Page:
[Winpcap-users] can not get any captured package when
george4academic at yahoo.com
Sat Aug 9 12:02:54 GMT 2008
Really great reply and knowledge about network communication protocol!
> Ping does two things: first it asks the local resolver library to
> resolve the name (which results in at least one DNS packet in each
> direction, but these are not sent by ping directly). Then it sends an
> ICMP echo request packet to that IP address.
You mean ping does not have the responsibility and function to resolve related IP address to name, and its function is just to send ICMP to test connectivity? And since we send name other than IP to ping, and ping will first delegate the work of name resolution to name resolution library, since ping only recognize IP address, other than name. Does my understanding correct?
You mentioned two terms in your reply, "The local name server" and "local resolver library", my question is, does the local name server you mean the one which is displayed as DNS when we type ipconfig command? And what is "local resolver library"? Does "local resolver library" always use "the local name server" to resolve address?
> The local
> name server, whatever it is, is returning a semi-valid result for
> www.google.com, or at least that's what it looks like.
In my network environment, the result of ping www.google.com is the same address of proxy server. Do you think it is what you called "semi-valid" result? If not, what do you mean a "semi-valid" result (sorry my English is not very good)?
> In any case, ping requires a single IP address target. So when it asks
> the local resolver library, and the local library returns three
> different addresses, it usually just picks the first one off the list.
It picks up. you mean the local resolver library picks up or the ping utility picks up? And no matter how many real IP address does a web server have (e.g. www.google.com has a lot of IP address), but local resolver library only keeps 3 at most?
----- Original Message ----
From: Bryan Kadzban <bryan at kadzban.is-a-geek.net>
To: Lin George <george4academic at yahoo.com>
Cc: winpcap-users at winpcap.org
Sent: Thursday, August 7, 2008 7:44:08 PM
Subject: Re: [Winpcap-users] can not get any captured package when
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Lin George wrote:
> My question is, if the ping fails, where is the resolved IP
> 184.108.40.206 comes from?
Name resolution is a whole different process than pinging. The local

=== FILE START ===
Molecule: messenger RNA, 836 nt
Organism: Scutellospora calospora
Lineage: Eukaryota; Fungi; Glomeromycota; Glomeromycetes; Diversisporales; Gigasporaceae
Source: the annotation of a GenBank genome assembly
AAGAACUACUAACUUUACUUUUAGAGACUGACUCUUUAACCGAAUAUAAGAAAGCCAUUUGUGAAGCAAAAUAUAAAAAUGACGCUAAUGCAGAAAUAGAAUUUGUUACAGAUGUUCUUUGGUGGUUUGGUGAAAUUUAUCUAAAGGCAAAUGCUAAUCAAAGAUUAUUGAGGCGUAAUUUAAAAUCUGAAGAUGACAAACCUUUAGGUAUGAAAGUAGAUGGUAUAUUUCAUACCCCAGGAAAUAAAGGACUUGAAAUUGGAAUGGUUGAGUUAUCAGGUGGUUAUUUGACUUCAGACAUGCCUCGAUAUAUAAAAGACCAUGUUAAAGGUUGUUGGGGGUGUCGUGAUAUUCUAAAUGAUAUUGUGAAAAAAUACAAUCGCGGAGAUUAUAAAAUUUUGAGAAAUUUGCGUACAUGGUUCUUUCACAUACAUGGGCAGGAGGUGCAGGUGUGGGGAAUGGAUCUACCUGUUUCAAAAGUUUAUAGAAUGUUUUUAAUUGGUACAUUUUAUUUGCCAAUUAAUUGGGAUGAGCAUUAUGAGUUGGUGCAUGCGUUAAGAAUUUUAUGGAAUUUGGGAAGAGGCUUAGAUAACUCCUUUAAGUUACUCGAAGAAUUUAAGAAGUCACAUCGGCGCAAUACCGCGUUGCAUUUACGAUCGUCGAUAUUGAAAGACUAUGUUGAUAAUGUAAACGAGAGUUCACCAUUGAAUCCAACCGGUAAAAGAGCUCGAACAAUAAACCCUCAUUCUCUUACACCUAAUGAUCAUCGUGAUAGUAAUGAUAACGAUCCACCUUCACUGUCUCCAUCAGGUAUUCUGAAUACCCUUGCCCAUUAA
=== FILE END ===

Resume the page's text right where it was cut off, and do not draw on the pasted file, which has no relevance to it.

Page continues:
name server, whatever it is, is returning a semi-valid result for
www.google.com, or at least that's what it looks like. (The address is
different, but Google has servers everywhere, so it wouldn't surprise me
if they return different addresses depending on where your request comes
from.) But your network won't allow you to send ICMP traffic to that IP
> You mean each time the ping returns 3 address for google.com,
Ping does two things: first it asks the local resolver library to
resolve the name (which results in at least one DNS packet in each
direction, but these are not sent by ping directly). Then it sends an
ICMP echo request packet to that IP address.
In the first step, the local resolver (or the name server that it's
configured to ask) will cache the result for about five minutes, but it
does seem to rotate through the returned list of three IP addresses, at
least on my machine. But all that is implementation details in the
resolver, so maybe yours isn't doing that.
In any case, ping requires a single IP address target. So when it asks
the local resolver library, and the local library returns three
different addresses, it usually just picks the first one off the list.
The one that it chooses is up to the program, but most programs seem to
simply choose the first.
> I am confused why in your result each time there is different result,
> because you mentioned time out is 5 minutes and the same result
> should be returned within 5 minutes, correct?
Not necessarily in the same order, just the same three records.
But all of this is probably an implementation detail, so if you're using
another implementation (i.e. not this particular Linux glibc version or
not this particular version of BIND9), then you may very well get a
>> may not allow pings out either (or name resolution, for that
>> matter) -- but it sounds like yours does, so that shouldn't be an
> Why proxy does not allow ping?
There are two uses for a proxy. The first is to simply cache content
coming from remote web servers -- in this case, if you allow the clients
to bypass the proxy, it's not a huge problem. They'll be surfing
slightly slower, but that's their own fault.
The second use is as a security mechanism -- the proxy scans all the
content that flows through it, and prevents the clients from requesting
pages that the admin has decided shouldn't be allowed. In this kind of
a setup, the admin *really* doesn't want people to be able to bypass the
proxy, because that means that the security protection that it provides
will no longer be there.
So if you have a proxy, then depending on how the network is set up, you
may or may not be able to browse without it.
But the proxy is *only* used for HTTP and HTTPS traffic. (It can be
used for other TCP protocols, but that seems to be rare, at least in my
experience.) But since ping isn't TCP, there's no way to get ping to go
through the proxy.
> Do you have any documents describing this?
> From my reply in item 1, seems ping is not allowed.
That's a side effect of disallowing any client communication to any
machine that's outside the local network.
In any case, if you just capture the traffic headed to your proxy, you
should be able to get what you need.
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